## Abstract

Predicted values for pulmonary function tests differ significantly from the reference values used for many other diagnostic tests. Historically, simple equations using age, height, and sex were used to “predict” normal lung function. However, these multiple factors interact in complex ways to determine what the expected lung function values are in healthy subjects. Healthy individuals exhibit a wide range of variability for most pulmonary function variables, and this variability is not consistent across all age ranges. Recent analysis of large groups of healthy subjects has allowed the development of sophisticated prediction models that take into account not only variability but also skew that occurs as the lungs develop and mature. These modern reference equations provide uninterrupted expected values from early childhood, through adolescence and adulthood, and extending into the ninth decade. Modern equations use upper and lower limits of normal to offer a statistically robust means of defining who is within normal limits. Despite these advances, interpretation of pulmonary function test results has not been highly standardized, largely because interpretation depends on the reference equations used and, more importantly, how they are applied. This review discusses the strengths and limitations of using reference equations to interpret pulmonary function data in the context of research and clinical practice.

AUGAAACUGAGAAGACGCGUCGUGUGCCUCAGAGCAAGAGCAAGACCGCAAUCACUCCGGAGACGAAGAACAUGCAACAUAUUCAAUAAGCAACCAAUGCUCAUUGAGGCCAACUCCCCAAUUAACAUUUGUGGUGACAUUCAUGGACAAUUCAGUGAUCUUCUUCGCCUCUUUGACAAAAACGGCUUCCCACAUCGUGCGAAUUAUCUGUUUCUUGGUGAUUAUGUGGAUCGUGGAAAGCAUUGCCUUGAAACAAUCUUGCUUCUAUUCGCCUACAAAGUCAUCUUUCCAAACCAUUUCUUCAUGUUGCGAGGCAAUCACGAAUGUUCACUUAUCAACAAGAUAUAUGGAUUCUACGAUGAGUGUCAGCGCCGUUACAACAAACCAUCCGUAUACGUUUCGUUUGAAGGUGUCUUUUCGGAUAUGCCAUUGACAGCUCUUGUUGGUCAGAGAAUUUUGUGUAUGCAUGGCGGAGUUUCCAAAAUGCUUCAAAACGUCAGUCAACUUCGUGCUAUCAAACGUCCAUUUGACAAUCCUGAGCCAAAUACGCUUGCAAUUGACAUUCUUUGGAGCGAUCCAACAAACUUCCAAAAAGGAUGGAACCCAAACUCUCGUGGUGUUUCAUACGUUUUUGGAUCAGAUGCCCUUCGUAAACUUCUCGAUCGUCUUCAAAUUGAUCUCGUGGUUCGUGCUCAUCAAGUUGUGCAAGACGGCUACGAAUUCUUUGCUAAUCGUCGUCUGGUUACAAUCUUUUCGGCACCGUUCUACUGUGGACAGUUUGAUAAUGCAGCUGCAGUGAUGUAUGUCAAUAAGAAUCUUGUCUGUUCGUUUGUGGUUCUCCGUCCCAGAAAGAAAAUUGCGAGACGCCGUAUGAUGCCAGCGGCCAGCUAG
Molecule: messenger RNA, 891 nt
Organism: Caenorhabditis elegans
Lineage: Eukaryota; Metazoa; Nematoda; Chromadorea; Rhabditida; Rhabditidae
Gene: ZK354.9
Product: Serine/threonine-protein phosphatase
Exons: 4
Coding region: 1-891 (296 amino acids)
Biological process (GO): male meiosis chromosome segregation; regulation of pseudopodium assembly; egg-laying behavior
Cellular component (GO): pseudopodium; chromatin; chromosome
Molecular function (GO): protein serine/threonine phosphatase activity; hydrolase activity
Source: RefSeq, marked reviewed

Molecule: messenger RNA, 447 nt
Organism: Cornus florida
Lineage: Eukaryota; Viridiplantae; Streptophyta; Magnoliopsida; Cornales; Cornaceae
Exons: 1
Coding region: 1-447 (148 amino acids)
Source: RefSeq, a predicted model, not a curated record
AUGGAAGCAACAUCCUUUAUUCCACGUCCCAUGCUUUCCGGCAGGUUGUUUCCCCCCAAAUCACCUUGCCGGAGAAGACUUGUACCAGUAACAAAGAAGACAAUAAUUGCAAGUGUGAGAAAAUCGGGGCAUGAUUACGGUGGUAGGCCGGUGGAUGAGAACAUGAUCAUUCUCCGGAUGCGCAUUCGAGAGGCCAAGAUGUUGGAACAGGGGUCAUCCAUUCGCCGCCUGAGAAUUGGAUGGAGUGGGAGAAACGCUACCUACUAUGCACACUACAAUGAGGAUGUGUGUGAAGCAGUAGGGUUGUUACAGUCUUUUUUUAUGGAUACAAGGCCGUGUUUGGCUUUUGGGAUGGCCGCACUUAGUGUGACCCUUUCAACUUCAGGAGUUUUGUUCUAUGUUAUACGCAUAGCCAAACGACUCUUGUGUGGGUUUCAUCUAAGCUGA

- pulmonary function tests
- lung function tests
- statistical data interpretations
- reference ranges
- normal range
- spirometry

The general tendency in pulmonary function testing at the clinical level is toward cautiously noncommittal overinterpretation in language replete with modifiers that assign degrees to the disturbances of function thought to be present.

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## Introduction

John Hutchinson is commonly credited with inventing spirometry in the middle of the 19th century and coining many spirometry terms such as vital capacity, that are still used today.^{2} Hutchinson worked in conjunction with insurance companies and created tables of expected values for vital capacity. He observed that there was a linear relationship between vital capacity and height, and that it declined with age. One hundred years later, vital capacity was still being measured with water-filled spirometers, but there was an increasing interest in predicted values for lung function. Dr Ross Kory convinced the United States Veterans Administration to allow him to test inductees who provided a large convenience sample of supposedly healthy young adults. He published his findings in 1961 in the form of a nomogram that allowed users to connect height and age scales to read predicted values for vital capacity, along with FEV_{1} and maximum voluntary ventilation.^{3} Along with the linear equations on which the nomogram was based, the standard error of estimate for each of the variables was reported. However, few researchers or clinicians utilized the standard error of estimate for determining the limits of normal, rather preferring fixed limits such as 80% of the predicted value. Kory's population included smokers and nonsmokers; the data were collected before the 1964 Surgeon General's report on the hazards of smoking. In 1971, James Morris and co-workers published predicted values in the form of a nomogram based on a large population of nonsmokers in Oregon to provide a more representative sample of “normal” lung function.^{4} These two reference equations were very popular at the time but could only be used for adults.